If you decide to go the freelance route, writing might only take up around 25% of your time. You’ll likely make 3-4x more money for the actual writing that you do, but around 75% of your time will go to pitching new clients, supporting your existing clients, running your business, and building your personal brand.

Further Reading: What Does A Copywriter Do? (In-Depth Breakdown)

Why You Should Become A Copywriter

If you have any desire to work for yourself, be in control of your own schedule, and build your own business with unlimited earnings upside, copywriting is the perfect place to start.

1. Copywriters Can Make Great Money

Copywriting is required to sell things online.

And quality of the copywriting directly translates to the number of sales.

These two realities mean that copywriters are always in high demand, and it makes sense for businesses to offer competitive rates to good copywriters, because the skills of those writers will have a direct impact on how much money the business makes.

For employed copywriters, this means average salaries that are nearly double the average salary for all jobs.

Further Reading: How Much Do Copywriters Make?

For freelance copywriters, this means the potential to make very large amounts of money very early in their career.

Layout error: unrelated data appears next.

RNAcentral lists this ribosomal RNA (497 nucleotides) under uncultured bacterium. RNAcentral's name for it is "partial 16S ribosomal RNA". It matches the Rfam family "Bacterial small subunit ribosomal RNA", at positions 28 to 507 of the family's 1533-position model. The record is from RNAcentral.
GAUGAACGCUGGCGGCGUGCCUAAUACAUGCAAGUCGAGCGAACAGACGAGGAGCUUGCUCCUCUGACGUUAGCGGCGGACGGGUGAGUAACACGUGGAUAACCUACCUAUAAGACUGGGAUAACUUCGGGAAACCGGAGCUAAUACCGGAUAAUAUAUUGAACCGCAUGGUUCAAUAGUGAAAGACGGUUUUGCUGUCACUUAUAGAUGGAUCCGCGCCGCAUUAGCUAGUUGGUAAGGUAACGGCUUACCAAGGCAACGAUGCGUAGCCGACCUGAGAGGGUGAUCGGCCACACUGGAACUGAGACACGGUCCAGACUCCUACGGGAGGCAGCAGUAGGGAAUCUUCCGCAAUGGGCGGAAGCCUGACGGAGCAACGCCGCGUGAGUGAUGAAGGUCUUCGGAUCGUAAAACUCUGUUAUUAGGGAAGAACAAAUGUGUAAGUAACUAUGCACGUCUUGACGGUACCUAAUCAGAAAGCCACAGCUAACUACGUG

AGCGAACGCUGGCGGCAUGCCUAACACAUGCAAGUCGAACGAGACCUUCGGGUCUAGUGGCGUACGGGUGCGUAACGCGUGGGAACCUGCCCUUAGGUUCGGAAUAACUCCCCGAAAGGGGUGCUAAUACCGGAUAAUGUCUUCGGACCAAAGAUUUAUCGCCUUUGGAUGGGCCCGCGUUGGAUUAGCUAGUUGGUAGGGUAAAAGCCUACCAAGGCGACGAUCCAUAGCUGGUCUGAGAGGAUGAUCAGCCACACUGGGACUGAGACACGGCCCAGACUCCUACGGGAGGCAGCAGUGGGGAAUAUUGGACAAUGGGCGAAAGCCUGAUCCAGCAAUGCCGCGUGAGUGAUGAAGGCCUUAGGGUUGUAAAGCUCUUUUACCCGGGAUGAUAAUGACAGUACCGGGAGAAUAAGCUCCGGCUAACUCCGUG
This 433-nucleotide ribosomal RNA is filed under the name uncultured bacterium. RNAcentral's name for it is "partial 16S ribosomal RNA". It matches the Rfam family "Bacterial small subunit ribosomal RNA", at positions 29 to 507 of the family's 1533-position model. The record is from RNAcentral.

Here’s a screengrab of a contract from my second year as a copywriter.

I earned $7,000 per month for two months from this project as a self-taught copywriter with barely a year of experience under my belt.

And this isn’t unique to me.

Here’s a recent interview with Krista Fabbro, a student of mine who was hitting $10,000 months by the end of her FIRST year as a copywriter.

Whether you want a stable, well-paid job or an accessible business with unusually-high earning potential, copywriting is a great choice.

2. Copywriters Can Work From Home

Most people I know want the freedom of working from home… or anywhere.

This is a luxury enjoyed by the vast majority of copywriters, both employed and freelance.

Now admittedly, this is a bit less of a unique selling point since the COVID pandemic made remote work a lot more common.

But while many industries and jobs are seeking to bring people back into the office, copywriting tended to be a remote occupation long before the pandemic, and it will continue to be a remote occupation moving forward.

If you are someone who really enjoys working in an office, there are definitely options available to you, and you will have much less competition applying for the jobs that require an office presence.